Springboard for post: Insomnia

In The Angel of History, Carolyn Forché writes: “While sleeping, the child vanishes from his life.” I’d like to think this is true for Holden, but it seems like the opposite. Sleep vanishes his life. Because the interictal spikes during sleep disrupt his short-to-long term memory processing, sleep can erase the day. The sight words he’s been working on for four years disintegrate into chalk dust on the bottom ledge of his brain. And then, out of the blue, as we walk into the grocery store, he’ll say something like, “There’s Sady. That dog looks like Sady,” pointing to a dog that looks like his grandparents’ dog. I’ll say, “Yes! You’re right. Good job. It looks like Sady, but it’s not.” And he’ll say, “because Sady is schnauzer.” How did he suddenly summon that word, schnauzer? He wasn’t confident about it—the word was muffled, blurred a bit—but it stunned me. I remind myself: sometimes words appear for him like dreams appear during waking life—a fragment, a smear of scene, and that recalls a context.

So what happens to him during sleep? His sleep lacks depth and quality, certainly, which I can tell when he mumbles and tosses-and-turns (thanks, video monitor) or when he sleeps for seven hours (a couple less than his 9-10) and wakes up at 4 a.m. ready for the day. By the time I get downstairs, he’s put together a puzzle and gotten five books of the shelf to “read.” This is much better than insomnia nights where he’s up at 1:30 or 2:00 am for the rest of the day. Even if I can get him back to bed (often a difficult task) he won’t get back to sleep, but entertains himself in bed with bits of song and movie dialogue he’s memorized.

During some of the toughest moments of my waking life, my dreamlife has helped keep me balanced. While working on my graduate coursework—cerebral, inactive work—I dreamed I was an international spy who dressed up in awesome clothes and kicked ass regularly (a la Sydney Bristow in ALIAS). What happens to Holden’s dreams? Do they wake him up? Is dreaming so much work that he would, on a subconscious level, rather not do it? Because how can an eight-year-old swallow so much sleep medication and still wake up a few hours later bright-eyed and bushy-tailed? He’ll chatter about his video game “Look! There’s angry birds. There’s the red bird. And the b-bomb bird!” then yawn a deep and powerful yawn. But not go back to sleep.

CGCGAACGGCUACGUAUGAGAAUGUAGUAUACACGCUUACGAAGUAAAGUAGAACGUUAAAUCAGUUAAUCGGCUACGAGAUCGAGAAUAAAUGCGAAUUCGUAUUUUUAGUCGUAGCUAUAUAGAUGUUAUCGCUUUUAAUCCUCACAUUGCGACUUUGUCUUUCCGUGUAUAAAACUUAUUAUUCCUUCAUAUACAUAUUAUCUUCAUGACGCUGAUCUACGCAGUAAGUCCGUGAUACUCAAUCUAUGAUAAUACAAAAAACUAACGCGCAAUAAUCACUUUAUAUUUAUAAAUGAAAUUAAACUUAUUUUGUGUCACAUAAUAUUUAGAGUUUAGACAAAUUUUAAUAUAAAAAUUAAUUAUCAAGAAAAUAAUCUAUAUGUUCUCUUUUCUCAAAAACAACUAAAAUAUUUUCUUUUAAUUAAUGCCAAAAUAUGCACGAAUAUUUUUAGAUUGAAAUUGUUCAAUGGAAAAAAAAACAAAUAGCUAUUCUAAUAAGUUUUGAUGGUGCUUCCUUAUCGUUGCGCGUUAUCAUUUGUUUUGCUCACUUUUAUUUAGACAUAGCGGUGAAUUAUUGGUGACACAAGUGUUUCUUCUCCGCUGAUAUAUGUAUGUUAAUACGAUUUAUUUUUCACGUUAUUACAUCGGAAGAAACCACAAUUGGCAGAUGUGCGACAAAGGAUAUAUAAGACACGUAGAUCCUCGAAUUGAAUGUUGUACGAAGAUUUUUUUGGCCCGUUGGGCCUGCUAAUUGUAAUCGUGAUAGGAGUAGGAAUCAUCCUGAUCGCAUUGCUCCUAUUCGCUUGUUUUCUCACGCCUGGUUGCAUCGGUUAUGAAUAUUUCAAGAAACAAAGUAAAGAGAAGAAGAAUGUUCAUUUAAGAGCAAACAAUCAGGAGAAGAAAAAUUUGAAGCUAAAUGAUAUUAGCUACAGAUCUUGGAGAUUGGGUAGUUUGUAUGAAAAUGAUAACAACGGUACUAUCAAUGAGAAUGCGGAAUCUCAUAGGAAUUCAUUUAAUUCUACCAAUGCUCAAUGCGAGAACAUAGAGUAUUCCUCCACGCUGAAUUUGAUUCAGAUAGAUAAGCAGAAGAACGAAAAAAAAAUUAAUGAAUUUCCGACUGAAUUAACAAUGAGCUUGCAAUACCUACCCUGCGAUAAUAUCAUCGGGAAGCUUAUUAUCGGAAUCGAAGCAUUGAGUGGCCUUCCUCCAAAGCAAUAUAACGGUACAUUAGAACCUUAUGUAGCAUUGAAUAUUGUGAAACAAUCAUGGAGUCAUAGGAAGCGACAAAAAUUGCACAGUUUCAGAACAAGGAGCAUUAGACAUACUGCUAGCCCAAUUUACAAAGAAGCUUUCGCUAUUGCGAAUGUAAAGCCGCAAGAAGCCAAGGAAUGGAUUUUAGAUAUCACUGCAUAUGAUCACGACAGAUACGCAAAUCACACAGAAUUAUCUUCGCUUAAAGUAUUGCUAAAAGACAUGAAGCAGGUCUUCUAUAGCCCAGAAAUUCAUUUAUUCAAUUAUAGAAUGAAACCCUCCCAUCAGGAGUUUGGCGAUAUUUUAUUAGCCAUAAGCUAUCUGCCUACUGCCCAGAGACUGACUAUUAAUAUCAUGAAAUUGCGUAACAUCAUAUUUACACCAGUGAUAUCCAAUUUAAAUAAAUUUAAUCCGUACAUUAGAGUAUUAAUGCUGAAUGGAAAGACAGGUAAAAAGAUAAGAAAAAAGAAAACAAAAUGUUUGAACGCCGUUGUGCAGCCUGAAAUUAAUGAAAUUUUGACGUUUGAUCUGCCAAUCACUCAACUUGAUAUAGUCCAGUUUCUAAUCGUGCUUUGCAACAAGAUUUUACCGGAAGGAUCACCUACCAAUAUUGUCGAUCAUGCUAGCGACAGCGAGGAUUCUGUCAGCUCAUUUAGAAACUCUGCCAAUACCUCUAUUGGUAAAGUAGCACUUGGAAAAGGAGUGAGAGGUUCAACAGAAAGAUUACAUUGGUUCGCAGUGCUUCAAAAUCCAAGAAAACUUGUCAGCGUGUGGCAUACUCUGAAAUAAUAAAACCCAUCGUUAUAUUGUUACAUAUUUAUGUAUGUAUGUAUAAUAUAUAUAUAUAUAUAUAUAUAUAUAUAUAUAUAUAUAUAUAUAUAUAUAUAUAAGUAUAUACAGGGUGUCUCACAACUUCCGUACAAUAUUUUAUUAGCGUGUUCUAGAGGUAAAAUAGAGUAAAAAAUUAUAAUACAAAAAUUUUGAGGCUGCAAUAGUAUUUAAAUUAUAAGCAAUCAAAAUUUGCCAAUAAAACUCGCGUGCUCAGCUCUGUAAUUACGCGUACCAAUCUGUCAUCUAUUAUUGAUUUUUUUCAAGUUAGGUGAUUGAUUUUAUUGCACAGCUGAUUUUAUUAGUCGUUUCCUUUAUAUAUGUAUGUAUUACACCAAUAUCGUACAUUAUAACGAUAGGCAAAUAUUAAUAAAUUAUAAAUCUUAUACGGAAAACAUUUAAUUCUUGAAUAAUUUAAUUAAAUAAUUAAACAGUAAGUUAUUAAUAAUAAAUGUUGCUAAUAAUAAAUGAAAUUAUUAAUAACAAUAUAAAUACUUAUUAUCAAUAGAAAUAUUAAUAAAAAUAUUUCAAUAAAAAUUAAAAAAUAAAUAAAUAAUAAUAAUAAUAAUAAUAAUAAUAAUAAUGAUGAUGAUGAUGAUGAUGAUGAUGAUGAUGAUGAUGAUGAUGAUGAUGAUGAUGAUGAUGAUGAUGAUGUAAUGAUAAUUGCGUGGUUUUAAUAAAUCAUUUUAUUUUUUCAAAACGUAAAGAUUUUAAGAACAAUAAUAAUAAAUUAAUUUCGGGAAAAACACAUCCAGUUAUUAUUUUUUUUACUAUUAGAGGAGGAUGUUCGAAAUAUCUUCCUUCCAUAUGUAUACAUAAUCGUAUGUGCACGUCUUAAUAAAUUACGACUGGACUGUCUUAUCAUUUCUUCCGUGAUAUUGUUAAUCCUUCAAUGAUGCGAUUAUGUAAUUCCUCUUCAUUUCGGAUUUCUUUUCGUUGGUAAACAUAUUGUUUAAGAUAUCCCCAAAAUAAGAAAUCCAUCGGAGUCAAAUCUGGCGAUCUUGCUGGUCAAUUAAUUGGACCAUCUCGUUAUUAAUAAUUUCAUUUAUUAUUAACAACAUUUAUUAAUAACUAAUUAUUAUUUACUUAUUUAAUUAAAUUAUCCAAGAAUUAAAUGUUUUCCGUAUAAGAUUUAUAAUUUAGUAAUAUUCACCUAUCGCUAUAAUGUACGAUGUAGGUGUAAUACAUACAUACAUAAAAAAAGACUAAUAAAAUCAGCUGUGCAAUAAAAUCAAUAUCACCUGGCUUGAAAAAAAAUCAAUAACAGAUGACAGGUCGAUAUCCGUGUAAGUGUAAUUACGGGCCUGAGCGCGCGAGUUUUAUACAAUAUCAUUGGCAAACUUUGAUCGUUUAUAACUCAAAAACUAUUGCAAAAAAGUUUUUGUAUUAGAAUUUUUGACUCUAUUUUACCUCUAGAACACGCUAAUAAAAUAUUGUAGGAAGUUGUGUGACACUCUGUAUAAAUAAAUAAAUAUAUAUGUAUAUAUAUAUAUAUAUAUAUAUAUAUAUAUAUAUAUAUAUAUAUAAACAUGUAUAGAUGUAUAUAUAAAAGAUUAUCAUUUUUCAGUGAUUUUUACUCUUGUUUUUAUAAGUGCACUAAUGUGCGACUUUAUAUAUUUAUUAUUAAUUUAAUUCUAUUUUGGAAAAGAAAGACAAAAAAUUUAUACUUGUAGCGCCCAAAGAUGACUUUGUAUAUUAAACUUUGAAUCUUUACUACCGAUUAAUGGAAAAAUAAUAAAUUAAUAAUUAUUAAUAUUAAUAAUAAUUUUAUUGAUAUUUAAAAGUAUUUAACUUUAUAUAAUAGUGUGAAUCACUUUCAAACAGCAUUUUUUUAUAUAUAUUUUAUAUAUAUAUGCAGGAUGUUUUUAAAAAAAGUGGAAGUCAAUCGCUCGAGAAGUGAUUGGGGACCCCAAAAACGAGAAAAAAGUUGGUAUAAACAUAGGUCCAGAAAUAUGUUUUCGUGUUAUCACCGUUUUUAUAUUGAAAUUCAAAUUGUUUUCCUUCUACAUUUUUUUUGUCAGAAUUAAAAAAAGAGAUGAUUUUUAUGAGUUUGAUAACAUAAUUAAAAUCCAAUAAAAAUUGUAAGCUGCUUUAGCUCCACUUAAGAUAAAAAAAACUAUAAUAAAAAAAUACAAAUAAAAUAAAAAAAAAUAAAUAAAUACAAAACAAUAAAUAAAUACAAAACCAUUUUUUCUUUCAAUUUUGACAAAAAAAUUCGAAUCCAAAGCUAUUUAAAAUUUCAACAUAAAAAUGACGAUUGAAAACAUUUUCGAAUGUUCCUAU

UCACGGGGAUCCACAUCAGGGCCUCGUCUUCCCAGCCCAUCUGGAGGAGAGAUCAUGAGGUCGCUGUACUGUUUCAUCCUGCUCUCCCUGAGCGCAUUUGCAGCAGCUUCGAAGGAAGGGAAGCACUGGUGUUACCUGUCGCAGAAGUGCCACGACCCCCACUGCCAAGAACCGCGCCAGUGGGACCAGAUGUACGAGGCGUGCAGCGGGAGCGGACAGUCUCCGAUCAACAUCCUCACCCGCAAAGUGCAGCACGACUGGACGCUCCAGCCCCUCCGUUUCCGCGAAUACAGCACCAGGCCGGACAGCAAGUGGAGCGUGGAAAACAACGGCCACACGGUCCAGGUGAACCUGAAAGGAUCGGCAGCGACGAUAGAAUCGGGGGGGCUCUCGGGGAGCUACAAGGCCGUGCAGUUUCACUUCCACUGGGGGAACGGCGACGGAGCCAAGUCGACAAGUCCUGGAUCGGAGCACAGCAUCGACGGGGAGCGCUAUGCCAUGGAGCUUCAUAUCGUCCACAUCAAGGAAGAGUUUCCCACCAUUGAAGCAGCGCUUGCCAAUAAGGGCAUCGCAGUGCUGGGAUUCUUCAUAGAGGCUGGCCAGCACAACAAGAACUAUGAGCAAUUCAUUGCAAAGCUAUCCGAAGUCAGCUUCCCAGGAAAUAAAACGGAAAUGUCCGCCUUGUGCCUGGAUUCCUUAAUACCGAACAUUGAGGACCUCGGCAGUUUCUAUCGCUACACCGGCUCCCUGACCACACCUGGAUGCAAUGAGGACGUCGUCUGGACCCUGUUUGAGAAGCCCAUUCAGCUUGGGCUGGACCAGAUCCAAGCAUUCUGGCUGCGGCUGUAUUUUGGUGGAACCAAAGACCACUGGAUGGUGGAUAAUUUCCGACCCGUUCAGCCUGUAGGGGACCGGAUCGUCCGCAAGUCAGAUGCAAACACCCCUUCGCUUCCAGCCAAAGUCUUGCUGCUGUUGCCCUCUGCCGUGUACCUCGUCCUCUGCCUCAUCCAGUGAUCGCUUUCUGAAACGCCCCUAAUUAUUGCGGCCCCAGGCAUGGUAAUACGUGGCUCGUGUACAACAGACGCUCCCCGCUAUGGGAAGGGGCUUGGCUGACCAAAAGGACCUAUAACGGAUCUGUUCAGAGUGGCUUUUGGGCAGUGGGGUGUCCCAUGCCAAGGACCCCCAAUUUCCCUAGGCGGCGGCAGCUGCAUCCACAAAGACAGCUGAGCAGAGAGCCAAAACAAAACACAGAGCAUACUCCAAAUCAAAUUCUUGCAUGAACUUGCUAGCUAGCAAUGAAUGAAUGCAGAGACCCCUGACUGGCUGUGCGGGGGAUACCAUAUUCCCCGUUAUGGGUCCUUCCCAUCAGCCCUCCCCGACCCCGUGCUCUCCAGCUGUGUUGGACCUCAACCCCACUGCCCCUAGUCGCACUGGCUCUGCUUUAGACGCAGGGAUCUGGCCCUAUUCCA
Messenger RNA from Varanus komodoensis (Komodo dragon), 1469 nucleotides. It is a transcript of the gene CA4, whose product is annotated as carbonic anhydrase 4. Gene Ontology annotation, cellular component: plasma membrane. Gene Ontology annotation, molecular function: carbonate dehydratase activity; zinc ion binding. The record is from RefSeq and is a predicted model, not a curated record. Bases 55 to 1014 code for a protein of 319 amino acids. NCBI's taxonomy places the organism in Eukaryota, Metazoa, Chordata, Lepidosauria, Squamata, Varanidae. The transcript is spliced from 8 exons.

So usually, on these days, I don’t go back to sleep, either. Some nights, when Holden wakes up earlier and Brian is working late into the night, he’ll get him back to sleep (easier to do when Holden was up at midnight or 1:00am). But when it’s 4:00 or 5:00a.m., I’m up for the day, too. And sometimes I can be productive (like writing this blog entry) or sometimes I doze next to Holden on the couch. I hope someday sleep can be as restorative for Holden as much as it is for me.

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